File photo: EPA report shows air quality in Longford suffering owing to absence of smoky coal ban
According to the Environmental Protection Agency (EPA) annual Air Quality report, the level of harmful particles in the air in Longford can be twice as high as they are in Bray.
The EPA selected the two towns to compare and highlight the impact that solid fuel use has on air quality.
Bray has a ban on the sale and use of bituminous coal. In contrast Longford has no ban on the sale and use of bituminous coal.
The EPA measured the level of PM2.5, a harmful particle produced when smoky coal is burned, during a five-year period, from 2013 to 2018.
And they found that although the air at both locations, at times, does not meet the WHO air quality guideline for PM2.5, it is worse in Longford due to the increased use of solid fuel for home heating.
The Air Quality report, launched on World Lung Day, shows that while Irish air quality complied with the legal limits, the World Health Organisation’s health-related guideline values were not met.
Dr Micheál Lehane, Director of the EPA’s Office of Radiation Protection & Environmental Monitoring, said, “We all expect that the air we breathe is clean, but we cannot take this for granted. Air pollution is a major environmental risk to health, so it is now time to tackle the two key issues that impact negatively on air quality in Ireland – transport emissions in large urban areas and emissions from burning of solid fuels. The choices we make affect the levels of pollution in the air we breathe. We need to decarbonise our public transport system and in general reduce our reliance on internal combustion vehicles. Moving to cleaner ways of heating our homes will also significantly improve air quality in our towns and cities.”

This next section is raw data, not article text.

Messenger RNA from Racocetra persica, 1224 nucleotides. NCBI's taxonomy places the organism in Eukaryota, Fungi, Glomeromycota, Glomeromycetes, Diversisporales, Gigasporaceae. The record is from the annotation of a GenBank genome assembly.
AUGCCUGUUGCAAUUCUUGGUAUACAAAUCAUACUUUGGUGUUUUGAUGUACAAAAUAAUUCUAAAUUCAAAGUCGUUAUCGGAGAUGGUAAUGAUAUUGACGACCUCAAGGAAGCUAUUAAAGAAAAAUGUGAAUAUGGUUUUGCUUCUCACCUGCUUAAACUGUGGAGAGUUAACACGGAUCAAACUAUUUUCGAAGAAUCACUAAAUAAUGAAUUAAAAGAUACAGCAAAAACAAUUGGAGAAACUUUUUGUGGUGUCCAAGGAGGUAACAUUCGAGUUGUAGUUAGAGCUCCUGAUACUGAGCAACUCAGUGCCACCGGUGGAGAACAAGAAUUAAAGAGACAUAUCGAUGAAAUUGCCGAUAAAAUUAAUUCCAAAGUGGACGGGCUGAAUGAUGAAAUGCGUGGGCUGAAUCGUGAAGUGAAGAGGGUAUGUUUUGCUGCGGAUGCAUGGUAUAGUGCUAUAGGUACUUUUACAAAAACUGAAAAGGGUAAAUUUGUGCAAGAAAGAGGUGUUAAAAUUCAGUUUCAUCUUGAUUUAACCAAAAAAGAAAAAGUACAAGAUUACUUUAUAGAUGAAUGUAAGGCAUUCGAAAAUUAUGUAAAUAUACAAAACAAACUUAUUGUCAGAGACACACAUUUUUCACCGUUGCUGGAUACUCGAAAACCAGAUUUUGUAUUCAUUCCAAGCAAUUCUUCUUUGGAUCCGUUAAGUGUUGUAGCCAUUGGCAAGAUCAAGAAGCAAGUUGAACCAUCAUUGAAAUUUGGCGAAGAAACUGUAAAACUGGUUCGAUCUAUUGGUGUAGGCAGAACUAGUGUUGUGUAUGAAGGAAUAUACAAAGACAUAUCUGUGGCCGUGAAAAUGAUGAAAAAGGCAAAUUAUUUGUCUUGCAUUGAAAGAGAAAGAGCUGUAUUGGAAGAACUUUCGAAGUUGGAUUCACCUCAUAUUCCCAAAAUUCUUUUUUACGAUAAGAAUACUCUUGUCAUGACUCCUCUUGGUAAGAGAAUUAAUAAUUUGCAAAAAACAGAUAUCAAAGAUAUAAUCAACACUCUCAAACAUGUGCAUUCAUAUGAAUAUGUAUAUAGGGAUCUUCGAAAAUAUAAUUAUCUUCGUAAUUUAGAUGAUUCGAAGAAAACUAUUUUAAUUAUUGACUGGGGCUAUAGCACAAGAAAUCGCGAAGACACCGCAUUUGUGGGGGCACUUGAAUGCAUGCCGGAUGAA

See Longford and Bray - A Tale of Two Towns extract from EPA report below...
Read the full EPA Air Quality in Ireland 2018 report HERE